The treasure diver stands on the rim of his ship. Below him is a vast expanse of crystal blue waters, shimmering and flickering in the brilliant white tropical sun. He is going to penetrate those waters: enter their mysterious domain and witness what fantastic sights they shall disclose. From head to foot he is insulated: his entire frame is enveloped in a bodysuit of rubber; over his feet are drawn heavy waterproof boots; his head is encased in the bulbous helmet particular to divers, and on his back is strapped the oxygen tank whereby he will breathe.
He dives with a tremendous splash into the watery gems, sending up a furious white spray which swiftly closes over his head. As his eyes accustom themselves to the weird luminescent ripples fluttering beneath the surface, he beholds himself within a world past words. It is a world where the air is swallowed by water: where man’s domination is supplanted by the tyranny of the great white shark. The flowery vegetation lush on terra firma is replaced by the fantastic subterranean coral reefs.
Below him, rooted to a jagged ledge, the treasure diver recognizes a mass of brain coral. They are a colony of odd tubercular growths, perfectly spherical balls, but creviced into a million irregular surface folds. Their muddy brown color is as homely as their looks.
Its cousin, the fan coral, compensates a hundredfold for the brain coral’s plainness. It spreads its spongy branches in a glorious flan of showy colors: rich French blue, cherry red, neon orange, lazar lemon. There is hardly a color in the rainbow which it does not reflect in vibrant strokes. Its colors are usually self-contained; but in some marvelous varieties, two, or even three, shades are blended together in a kaleidoscopic effect. The sea owes much of its legendary color to this single plant.
A sudden blur of color is caught from the corner of the treasure diver’s eyes; and he turns to behold a school of brilliant yellow fishes, each bearing a single black stripe, delicately drift past. The ocean’s wonders are not contained to merely her plants: fishes of all kinds and degrees swim her waters. There are the boldly colored tropical fish, whose rainbow scales match the glamour of the vibrant coral reefs. Others are less brilliantly outfitted, though nonetheless equally exotic. Among these are the black and white striped Groupers, whose school passes the awed diver in an abstract jumble of horizontal lines. Even plainer than the Grouper is the Snapper. He is perhaps one of the blandest fish to inhabit the underworld. His scales have neither the brilliance of the tropical fish nor the intrigue of the Grouper; but are a commonplace tan.
As the diver nears the ocean floor, light becomes scarce and the true blackness of the ocean begins to dawn upon him. Its brilliant sparkling blue surface is sheer pretence, an illusion created by the brilliance of the sun, and no more. Now, the diver witnesses the sights of the ocean floor.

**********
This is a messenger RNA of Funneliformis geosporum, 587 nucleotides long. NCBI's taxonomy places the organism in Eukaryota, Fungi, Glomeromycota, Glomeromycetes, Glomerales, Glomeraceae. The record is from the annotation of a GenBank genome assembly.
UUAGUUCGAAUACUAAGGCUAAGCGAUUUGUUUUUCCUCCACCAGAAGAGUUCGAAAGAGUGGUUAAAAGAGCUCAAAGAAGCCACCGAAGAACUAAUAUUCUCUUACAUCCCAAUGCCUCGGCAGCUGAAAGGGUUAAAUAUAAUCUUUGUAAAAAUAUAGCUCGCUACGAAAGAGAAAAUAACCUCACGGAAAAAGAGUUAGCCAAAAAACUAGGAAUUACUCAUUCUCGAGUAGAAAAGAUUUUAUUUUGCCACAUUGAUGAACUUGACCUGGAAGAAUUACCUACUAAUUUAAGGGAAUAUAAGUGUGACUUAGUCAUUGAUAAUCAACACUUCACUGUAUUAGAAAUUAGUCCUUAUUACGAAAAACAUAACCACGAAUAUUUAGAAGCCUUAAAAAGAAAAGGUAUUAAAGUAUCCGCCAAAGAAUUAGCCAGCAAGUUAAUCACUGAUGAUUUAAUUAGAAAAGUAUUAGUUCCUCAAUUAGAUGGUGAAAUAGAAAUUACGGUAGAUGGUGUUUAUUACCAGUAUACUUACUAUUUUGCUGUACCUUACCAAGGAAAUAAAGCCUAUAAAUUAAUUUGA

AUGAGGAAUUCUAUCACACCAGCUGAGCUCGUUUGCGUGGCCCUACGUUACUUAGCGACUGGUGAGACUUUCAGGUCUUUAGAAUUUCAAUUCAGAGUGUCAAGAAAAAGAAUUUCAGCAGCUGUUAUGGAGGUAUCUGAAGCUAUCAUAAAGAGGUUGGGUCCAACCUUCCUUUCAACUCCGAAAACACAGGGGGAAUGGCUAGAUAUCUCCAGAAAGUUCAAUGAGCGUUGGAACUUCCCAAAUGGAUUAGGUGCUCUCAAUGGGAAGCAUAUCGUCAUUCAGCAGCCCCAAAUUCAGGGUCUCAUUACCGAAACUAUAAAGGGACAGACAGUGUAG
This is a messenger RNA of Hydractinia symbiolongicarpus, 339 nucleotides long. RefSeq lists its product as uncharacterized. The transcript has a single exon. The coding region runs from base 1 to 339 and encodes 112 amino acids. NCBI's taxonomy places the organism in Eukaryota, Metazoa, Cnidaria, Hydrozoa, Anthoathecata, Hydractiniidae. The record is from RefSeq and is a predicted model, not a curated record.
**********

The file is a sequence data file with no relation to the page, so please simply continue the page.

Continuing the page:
A mud-red lobster, jointed to absurdity, crosses the diver’s path; his tail is a fan of blunted blades. The diver remarks that his near relation, the crab, though flatter, is not nearly as darkly colored as the lobster. In fact, the muted red crab is comparatively livid.
On the floor itself, the diver is startled afresh. What appeared to be a sheet of unruffled, glassy sand has been broken by a soft rustle a yard ahead of him. His eyes are fixed intently on the spot of disturbance. His straining eye can detect nothing visibly amiss when the flat, flabby triangular form of a sting-ray serenely raises itself from the bed of sand and flutters to a more secluded area.
As the diver’s eyes idly follow the path of this creature, his attention is caught by an abrupt gleam of silver to his right. He jerks his head about to see the unmistakable silhouette of the Great White Shark, the tyrant of the deep and lion of the ocean waters. The shark’s coat of shining silver, tinted pale blue in the reflection of the waters, glints with a cold flash in the cool rays of sunlight which pierce the deep. This creature, the diver knows, has well-merited his reputation of the fiercest fighter of the four oceans. No prey can escape the yawning jaws this beast. His mouth is bordered with immense razor-sharp teeth while his delicate sense of smell is so acute that he can detect the faintest trace of spilled blood from considerable distances. The diver has not long to wait before the Great White, a creature of prodigious speed, reaches his stand.
The treasure diver propels himself upward, out of the shady dark of the ocean floor, toward the ripply surface of shimmering blue gems overhead. The barnacle-infested hull of his boat floats in a dizzying circle above his head, zooming closer and closer into view.
Suddenly, the treasure diver reaches the surface with a hard impact. He strikes the water heavily as he regains his bearings; then grasps at a rope lowered from his boat and hauls himself up with a heave. He has not discovered any grand treasure from a sunken ship; but he has seen what no treasure, however great, can buy: he has witnessed the wonders hidden deep below that vast expanse of brilliant blue waters.